By DANA LIEBELSON
Lawyers representing U.S. soldiers poisoned at a water treatment plant in Iraq have presented strong evidence that contractor Kellogg Brown & Root (KBR) knew personnel stationed there would be exposed to a carcinogenic chemical, according to The Associated Press. But as POGO reported earlier, KBR's contract with the U.S. Army contains a classified provision that lets KBR off the hook for damage, injury, and death occurring at its worksites--so even if KBR is proved to be at fault, U.S. taxpayers will be footing the bill.
KBR has claimed in depositions and testimony that it was unaware that it was exposing troops to sodium dichromate, which is believed to cause cancer. But according to the new complaint, an environmental assessment shows that KBR knew Iraqis had ordered 8 million pounds of the chemical to the plant to prevent water pipes from corroding— five months before KBR has claimed it realized troops were exposed. Worse, the assessment shows KBR expected that the plant would have “lax environmental maintenance and ‘lamentable’ conditions.”
Despite this assessment, over a five-month period in 2003, KBR exposed nearly 1,000 Army soldiers and civilians to the chemical. A 2011 Department of Defense Inspector General (DoD IG) report found that KBR failed to fully comply with safety and health standards, and acted too slowly in protecting the soldiers and civilians.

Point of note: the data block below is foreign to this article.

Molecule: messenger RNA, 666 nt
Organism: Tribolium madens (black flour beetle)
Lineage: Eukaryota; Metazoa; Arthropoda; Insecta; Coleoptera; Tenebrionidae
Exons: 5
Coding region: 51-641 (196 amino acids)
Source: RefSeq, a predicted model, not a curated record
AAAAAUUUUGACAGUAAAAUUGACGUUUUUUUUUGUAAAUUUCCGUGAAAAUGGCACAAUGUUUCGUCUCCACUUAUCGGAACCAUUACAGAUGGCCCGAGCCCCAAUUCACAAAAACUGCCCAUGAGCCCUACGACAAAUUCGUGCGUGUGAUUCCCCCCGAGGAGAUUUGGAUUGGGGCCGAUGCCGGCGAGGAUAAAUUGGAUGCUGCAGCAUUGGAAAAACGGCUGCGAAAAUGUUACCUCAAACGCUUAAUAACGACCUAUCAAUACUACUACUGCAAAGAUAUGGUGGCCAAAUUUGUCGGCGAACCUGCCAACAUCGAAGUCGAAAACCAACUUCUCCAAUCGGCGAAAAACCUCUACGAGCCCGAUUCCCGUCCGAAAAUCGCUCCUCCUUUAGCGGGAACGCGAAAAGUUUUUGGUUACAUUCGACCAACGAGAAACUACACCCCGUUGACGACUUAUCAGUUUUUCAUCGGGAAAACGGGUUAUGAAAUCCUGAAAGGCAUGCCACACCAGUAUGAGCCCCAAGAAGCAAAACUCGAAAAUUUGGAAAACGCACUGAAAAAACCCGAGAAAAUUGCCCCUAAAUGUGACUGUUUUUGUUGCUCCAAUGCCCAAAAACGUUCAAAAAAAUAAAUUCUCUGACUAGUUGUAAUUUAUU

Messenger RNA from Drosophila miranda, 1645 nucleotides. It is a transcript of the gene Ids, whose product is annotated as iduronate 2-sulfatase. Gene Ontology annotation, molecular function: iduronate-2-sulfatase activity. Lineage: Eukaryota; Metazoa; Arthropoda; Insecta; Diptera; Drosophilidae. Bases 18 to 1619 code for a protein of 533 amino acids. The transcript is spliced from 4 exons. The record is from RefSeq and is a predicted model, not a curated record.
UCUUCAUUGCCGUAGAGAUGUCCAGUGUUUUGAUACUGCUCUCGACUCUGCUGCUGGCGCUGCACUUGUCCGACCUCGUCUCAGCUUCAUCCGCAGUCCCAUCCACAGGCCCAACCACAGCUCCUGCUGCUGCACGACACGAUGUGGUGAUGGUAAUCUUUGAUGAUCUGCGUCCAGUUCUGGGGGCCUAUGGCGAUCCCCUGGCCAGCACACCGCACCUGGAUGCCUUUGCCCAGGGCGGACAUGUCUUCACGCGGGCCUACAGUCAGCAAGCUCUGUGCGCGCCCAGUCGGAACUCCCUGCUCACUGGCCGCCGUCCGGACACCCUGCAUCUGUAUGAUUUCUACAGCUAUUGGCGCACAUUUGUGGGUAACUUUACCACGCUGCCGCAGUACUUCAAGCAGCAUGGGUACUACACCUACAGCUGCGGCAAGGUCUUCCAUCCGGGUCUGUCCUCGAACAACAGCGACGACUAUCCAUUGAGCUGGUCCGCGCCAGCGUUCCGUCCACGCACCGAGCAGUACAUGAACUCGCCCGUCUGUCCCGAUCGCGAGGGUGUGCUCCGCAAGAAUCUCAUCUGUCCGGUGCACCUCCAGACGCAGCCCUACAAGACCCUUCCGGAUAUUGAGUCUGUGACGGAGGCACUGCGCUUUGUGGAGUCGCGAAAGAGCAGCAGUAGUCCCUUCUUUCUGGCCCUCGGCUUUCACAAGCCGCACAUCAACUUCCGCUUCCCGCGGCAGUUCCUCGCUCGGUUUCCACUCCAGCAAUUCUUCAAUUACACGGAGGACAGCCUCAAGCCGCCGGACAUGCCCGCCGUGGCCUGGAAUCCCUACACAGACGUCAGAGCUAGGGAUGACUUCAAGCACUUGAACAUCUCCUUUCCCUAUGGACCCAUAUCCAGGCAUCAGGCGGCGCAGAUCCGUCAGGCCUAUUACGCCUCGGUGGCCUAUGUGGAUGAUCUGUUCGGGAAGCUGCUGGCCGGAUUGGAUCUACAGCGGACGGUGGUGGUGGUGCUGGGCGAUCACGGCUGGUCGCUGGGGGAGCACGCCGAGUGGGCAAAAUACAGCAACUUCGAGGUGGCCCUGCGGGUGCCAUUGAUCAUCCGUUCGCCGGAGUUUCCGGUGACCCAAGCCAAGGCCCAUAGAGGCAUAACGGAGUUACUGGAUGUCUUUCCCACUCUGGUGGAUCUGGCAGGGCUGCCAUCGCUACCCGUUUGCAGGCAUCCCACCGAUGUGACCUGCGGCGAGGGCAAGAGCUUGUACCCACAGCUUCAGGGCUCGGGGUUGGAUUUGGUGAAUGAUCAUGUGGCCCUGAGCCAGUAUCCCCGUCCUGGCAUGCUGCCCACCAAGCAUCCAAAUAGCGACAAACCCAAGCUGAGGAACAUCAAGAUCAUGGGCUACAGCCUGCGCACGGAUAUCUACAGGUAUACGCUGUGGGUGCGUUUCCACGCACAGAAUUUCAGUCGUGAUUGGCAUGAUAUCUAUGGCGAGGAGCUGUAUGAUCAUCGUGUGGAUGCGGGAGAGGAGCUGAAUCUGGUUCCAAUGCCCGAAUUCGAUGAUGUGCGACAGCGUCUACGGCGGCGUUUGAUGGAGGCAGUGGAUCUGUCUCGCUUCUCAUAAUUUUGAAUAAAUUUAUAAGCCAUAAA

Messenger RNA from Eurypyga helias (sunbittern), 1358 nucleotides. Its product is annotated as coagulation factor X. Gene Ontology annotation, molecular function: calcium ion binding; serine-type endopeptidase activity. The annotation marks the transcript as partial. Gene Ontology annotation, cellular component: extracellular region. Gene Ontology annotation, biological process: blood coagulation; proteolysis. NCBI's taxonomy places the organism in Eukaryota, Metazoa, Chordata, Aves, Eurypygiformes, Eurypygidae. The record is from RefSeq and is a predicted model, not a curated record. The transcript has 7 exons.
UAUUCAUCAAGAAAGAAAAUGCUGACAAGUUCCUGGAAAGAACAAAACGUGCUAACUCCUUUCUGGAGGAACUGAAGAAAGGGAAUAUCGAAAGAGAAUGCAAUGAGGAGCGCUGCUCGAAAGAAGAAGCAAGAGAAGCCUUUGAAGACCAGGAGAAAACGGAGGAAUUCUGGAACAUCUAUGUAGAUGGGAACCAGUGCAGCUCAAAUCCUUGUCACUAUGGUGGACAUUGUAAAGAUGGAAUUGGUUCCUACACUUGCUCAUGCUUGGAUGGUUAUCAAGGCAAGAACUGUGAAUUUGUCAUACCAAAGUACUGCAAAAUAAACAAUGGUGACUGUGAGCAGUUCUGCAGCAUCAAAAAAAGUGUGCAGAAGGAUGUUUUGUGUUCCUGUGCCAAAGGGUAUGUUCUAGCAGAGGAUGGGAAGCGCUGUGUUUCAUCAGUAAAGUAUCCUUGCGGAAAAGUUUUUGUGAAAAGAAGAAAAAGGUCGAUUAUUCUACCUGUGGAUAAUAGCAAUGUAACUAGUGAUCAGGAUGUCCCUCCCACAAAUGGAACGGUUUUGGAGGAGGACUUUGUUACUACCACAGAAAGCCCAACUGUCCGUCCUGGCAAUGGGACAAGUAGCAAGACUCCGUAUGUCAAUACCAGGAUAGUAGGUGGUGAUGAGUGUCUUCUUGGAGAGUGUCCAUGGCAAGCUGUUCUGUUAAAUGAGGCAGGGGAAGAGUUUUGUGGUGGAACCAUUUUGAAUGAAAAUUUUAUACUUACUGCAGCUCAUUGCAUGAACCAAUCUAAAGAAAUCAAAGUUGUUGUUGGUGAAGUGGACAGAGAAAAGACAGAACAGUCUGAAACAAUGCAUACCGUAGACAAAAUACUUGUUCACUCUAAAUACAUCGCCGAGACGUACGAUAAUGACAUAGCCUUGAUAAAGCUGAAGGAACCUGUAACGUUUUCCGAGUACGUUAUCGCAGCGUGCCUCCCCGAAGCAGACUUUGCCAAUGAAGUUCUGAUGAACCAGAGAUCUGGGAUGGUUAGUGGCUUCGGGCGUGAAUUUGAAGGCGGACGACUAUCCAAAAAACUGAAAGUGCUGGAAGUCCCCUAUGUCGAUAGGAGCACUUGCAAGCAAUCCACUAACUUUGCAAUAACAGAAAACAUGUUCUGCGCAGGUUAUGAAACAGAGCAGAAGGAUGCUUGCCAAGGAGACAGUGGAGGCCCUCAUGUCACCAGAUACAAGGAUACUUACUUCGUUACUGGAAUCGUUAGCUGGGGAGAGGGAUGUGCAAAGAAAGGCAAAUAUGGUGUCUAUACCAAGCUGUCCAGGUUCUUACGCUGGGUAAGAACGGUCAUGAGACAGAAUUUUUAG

National Guard veterans from Oregon who were stationed at the water treatment plant sued KBR in 2009 for exposing them to the chemical—and current and former National Guard members from Indiana and West Virginia have also filed suits. The Oregonian revealed that the total cost of soldiers’ claims against the company could exceed $150 million.
But because of KBR’s secret indemnity provision, the contractor won’t be required to pay damages—taxpayers will. This isn’t the first time that KBR, a former subsidiary of Halliburton, has gotten into trouble—it has 26 instances of misconduct in POGO’s Federal Contractor Misconduct Database, including a previous case of exposing troops to hazardous water from the Euphrates River. So why is the government still allowing this contractor—and others—to perform such high-risk tasks?
Indemnification agreements are sometimes necessary, as a contractor may be the only one qualified to do a high-risk job, but the contractor won’t agree to do if it is held responsible. However, these agreements should never be kept secret—especially in cases where taxpayers are responsible for paying for contractor negligence.
There’s just something decidedly unsavory about U.S. soldiers being poisoned while protecting a contractor that not only might be responsible for their injuries—but is allowed to walk away scot-free from any legal responsibility.
No wonder KBR’s managers are starting to sound like they have amnesia.
Dana Liebelson is POGO's Beth Daley Impact Fellow.
Photo via City Government of Houston.